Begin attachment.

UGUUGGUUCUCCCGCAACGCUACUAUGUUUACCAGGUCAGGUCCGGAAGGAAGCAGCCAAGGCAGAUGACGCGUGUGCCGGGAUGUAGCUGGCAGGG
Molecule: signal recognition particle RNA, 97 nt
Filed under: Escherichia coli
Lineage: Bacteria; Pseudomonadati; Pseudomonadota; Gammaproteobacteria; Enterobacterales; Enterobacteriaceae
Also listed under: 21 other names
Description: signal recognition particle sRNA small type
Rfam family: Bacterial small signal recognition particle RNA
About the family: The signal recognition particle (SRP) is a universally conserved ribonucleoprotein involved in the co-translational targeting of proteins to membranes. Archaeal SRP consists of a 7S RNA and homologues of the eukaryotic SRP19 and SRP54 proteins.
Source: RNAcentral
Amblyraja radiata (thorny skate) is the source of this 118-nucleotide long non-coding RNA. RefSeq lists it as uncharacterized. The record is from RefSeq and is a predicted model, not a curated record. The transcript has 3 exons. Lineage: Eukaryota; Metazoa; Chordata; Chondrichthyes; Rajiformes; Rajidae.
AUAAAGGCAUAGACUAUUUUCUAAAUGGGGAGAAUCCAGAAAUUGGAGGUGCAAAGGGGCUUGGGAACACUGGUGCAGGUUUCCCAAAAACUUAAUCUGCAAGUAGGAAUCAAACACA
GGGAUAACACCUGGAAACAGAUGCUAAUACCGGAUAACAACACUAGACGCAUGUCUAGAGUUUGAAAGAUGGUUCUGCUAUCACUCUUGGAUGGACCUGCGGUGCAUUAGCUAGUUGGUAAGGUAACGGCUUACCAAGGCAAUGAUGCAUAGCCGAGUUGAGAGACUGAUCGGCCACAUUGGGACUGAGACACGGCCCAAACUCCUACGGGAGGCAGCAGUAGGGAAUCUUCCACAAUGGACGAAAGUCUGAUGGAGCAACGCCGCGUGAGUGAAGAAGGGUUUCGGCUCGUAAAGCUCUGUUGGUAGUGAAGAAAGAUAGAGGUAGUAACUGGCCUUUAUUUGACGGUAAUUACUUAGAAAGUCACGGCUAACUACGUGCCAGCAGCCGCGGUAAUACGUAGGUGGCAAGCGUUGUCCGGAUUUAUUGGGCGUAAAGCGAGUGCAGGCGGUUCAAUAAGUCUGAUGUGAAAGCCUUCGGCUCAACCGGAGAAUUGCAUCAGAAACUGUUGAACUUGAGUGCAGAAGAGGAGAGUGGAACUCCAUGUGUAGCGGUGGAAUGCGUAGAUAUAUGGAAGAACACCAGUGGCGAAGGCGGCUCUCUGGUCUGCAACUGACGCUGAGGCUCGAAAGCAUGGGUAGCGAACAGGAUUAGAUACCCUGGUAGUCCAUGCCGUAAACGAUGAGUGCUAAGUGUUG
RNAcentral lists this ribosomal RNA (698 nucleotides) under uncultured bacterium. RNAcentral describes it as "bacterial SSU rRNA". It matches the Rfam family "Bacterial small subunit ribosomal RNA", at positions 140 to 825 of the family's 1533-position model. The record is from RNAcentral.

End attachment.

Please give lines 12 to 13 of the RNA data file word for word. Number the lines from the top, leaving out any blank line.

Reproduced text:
GGGAUAACACCUGGAAACAGAUGCUAAUACCGGAUAACAACACUAGACGCAUGUCUAGAGUUUGAAAGAUGGUUCUGCUAUCACUCUUGGAUGGACCUGCGGUGCAUUAGCUAGUUGGUAAGGUAACGGCUUACCAAGGCAAUGAUGCAUAGCCGAGUUGAGAGACUGAUCGGCCACAUUGGGACUGAGACACGGCCCAAACUCCUACGGGAGGCAGCAGUAGGGAAUCUUCCACAAUGGACGAAAGUCUGAUGGAGCAACGCCGCGUGAGUGAAGAAGGGUUUCGGCUCGUAAAGCUCUGUUGGUAGUGAAGAAAGAUAGAGGUAGUAACUGGCCUUUAUUUGACGGUAAUUACUUAGAAAGUCACGGCUAACUACGUGCCAGCAGCCGCGGUAAUACGUAGGUGGCAAGCGUUGUCCGGAUUUAUUGGGCGUAAAGCGAGUGCAGGCGGUUCAAUAAGUCUGAUGUGAAAGCCUUCGGCUCAACCGGAGAAUUGCAUCAGAAACUGUUGAACUUGAGUGCAGAAGAGGAGAGUGGAACUCCAUGUGUAGCGGUGGAAUGCGUAGAUAUAUGGAAGAACACCAGUGGCGAAGGCGGCUCUCUGGUCUGCAACUGACGCUGAGGCUCGAAAGCAUGGGUAGCGAACAGGAUUAGAUACCCUGGUAGUCCAUGCCGUAAACGAUGAGUGCUAAGUGUUG
RNAcentral lists this ribosomal RNA (698 nucleotides) under uncultured bacterium. RNAcentral describes it as "bacterial SSU rRNA". It matches the Rfam family "Bacterial small subunit ribosomal RNA", at positions 140 to 825 of the family's 1533-position model. The record is from RNAcentral.